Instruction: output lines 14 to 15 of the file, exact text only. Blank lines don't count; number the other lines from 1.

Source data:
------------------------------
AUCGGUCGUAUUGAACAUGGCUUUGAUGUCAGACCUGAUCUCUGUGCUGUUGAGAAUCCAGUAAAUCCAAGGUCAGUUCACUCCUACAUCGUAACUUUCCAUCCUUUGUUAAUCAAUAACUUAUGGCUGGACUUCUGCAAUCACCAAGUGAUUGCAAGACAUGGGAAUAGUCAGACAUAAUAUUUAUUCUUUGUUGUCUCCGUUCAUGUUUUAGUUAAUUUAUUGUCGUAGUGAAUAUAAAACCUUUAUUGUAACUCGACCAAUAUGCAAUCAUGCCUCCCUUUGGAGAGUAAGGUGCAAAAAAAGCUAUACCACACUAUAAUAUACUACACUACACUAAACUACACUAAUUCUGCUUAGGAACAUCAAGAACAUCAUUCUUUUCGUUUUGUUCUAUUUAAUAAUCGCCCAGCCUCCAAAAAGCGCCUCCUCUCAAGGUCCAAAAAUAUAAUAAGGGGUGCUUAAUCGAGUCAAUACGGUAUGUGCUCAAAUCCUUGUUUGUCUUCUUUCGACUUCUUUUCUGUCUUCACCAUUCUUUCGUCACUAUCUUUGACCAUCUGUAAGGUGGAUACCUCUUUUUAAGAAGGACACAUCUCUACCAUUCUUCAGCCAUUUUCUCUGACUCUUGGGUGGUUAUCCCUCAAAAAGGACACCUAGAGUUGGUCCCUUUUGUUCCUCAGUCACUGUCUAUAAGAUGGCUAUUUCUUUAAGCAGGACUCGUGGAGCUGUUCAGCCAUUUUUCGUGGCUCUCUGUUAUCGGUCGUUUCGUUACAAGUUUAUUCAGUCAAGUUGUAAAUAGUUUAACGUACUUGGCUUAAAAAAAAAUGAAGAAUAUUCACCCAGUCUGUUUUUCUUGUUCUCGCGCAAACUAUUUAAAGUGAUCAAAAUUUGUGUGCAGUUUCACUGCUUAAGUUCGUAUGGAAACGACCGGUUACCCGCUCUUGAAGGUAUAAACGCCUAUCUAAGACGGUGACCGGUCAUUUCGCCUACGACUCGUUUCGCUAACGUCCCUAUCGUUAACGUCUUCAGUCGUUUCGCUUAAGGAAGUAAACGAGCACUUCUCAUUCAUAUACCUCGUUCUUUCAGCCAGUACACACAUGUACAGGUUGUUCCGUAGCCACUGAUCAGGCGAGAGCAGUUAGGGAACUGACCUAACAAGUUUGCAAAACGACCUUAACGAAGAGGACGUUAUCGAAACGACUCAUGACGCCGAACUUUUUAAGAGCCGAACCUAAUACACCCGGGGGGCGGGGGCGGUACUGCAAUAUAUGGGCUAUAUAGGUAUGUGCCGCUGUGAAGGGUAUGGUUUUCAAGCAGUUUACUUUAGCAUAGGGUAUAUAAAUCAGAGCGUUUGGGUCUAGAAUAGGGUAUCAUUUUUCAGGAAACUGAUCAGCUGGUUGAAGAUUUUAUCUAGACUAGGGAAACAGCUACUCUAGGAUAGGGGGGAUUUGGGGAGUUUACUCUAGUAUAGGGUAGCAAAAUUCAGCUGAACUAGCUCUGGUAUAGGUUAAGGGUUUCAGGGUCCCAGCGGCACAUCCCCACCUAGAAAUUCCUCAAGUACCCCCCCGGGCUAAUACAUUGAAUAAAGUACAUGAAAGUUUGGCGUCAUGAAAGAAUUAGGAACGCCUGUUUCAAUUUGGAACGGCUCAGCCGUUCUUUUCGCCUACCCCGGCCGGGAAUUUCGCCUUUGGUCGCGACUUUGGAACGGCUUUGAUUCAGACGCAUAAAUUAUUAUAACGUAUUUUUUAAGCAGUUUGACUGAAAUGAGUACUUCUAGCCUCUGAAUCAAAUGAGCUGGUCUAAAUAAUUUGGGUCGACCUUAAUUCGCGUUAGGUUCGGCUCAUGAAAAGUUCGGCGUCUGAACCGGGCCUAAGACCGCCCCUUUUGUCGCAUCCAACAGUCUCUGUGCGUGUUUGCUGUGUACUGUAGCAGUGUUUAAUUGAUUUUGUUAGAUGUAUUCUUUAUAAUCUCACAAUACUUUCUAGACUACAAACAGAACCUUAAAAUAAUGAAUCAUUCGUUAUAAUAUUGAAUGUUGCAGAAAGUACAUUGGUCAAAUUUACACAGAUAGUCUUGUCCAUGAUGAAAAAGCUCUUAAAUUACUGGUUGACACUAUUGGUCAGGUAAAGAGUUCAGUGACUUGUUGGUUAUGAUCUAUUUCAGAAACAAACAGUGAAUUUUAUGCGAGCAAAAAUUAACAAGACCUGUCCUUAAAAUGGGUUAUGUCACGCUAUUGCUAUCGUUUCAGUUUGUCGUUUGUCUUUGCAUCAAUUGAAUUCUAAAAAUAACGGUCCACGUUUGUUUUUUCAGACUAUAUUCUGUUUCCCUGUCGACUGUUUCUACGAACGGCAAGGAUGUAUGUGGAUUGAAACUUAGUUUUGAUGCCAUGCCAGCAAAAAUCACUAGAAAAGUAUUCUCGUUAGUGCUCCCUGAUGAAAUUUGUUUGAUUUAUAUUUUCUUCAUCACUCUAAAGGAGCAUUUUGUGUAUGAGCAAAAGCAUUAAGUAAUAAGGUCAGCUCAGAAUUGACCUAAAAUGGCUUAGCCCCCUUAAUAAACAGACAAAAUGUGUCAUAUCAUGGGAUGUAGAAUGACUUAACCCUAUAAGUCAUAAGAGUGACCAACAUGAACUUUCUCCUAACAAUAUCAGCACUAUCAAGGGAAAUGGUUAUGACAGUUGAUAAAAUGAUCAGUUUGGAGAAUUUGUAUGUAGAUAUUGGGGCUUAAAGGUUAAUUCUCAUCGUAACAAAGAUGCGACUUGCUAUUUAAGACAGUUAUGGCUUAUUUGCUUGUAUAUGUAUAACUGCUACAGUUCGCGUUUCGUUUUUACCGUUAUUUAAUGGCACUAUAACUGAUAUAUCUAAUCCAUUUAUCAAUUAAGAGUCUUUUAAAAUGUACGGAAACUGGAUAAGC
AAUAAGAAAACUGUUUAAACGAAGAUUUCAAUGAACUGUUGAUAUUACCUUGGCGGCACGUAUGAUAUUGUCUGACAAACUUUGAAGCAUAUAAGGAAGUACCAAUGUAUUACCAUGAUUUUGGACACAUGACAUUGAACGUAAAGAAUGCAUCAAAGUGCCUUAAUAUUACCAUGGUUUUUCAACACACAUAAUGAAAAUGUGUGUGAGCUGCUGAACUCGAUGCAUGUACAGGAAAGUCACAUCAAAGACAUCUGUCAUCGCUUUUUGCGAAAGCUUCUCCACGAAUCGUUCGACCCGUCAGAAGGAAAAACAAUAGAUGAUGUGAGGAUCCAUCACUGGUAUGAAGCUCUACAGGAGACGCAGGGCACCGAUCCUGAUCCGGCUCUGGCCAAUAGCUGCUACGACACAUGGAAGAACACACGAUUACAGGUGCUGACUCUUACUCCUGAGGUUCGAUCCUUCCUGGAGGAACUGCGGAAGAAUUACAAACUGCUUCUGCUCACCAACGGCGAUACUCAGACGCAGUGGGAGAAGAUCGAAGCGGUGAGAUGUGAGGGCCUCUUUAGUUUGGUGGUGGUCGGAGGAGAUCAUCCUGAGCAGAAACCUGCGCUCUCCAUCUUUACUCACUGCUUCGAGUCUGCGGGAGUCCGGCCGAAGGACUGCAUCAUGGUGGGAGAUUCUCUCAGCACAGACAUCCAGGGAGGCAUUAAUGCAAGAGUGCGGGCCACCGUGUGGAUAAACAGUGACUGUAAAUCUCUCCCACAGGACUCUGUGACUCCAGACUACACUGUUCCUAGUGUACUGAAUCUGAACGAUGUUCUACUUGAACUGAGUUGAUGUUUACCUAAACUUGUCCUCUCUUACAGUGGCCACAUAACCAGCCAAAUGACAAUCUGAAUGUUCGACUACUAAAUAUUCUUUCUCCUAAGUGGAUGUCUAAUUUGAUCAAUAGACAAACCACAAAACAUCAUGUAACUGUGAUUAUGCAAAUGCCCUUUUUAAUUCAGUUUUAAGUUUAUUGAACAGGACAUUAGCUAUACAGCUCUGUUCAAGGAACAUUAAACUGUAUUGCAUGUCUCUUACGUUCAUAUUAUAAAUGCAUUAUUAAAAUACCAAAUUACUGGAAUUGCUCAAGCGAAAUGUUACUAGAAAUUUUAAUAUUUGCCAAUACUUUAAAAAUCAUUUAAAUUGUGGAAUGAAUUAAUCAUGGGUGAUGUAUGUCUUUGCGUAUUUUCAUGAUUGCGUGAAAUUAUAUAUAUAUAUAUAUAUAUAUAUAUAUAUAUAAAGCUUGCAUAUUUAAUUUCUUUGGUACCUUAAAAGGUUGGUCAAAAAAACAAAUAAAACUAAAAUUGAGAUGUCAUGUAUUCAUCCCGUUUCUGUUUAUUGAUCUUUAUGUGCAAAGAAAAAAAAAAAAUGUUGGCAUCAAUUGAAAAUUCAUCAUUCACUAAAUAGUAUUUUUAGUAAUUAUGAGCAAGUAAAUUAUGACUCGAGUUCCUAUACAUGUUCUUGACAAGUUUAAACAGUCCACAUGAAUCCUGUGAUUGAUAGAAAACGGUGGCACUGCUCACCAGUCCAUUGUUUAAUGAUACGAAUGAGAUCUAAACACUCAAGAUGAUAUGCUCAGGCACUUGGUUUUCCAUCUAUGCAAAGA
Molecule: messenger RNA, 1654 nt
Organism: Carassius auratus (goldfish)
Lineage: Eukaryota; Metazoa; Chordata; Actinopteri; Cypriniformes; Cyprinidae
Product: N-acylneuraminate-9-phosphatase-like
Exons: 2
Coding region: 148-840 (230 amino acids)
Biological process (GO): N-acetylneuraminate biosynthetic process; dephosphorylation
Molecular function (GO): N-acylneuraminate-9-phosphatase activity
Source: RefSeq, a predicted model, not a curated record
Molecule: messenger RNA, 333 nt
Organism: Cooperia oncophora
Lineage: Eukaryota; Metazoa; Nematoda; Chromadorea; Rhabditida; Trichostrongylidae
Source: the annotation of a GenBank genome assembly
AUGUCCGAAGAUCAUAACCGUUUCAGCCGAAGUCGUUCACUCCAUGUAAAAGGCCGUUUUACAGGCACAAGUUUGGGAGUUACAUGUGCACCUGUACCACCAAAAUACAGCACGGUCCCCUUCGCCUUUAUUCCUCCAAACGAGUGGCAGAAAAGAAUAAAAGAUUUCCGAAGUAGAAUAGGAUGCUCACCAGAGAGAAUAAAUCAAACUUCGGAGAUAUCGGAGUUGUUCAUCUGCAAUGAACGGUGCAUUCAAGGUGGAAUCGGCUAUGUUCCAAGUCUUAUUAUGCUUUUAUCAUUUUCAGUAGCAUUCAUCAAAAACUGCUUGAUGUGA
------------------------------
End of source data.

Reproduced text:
Lineage: Eukaryota; Metazoa; Nematoda; Chromadorea; Rhabditida; Trichostrongylidae
Source: the annotation of a GenBank genome assembly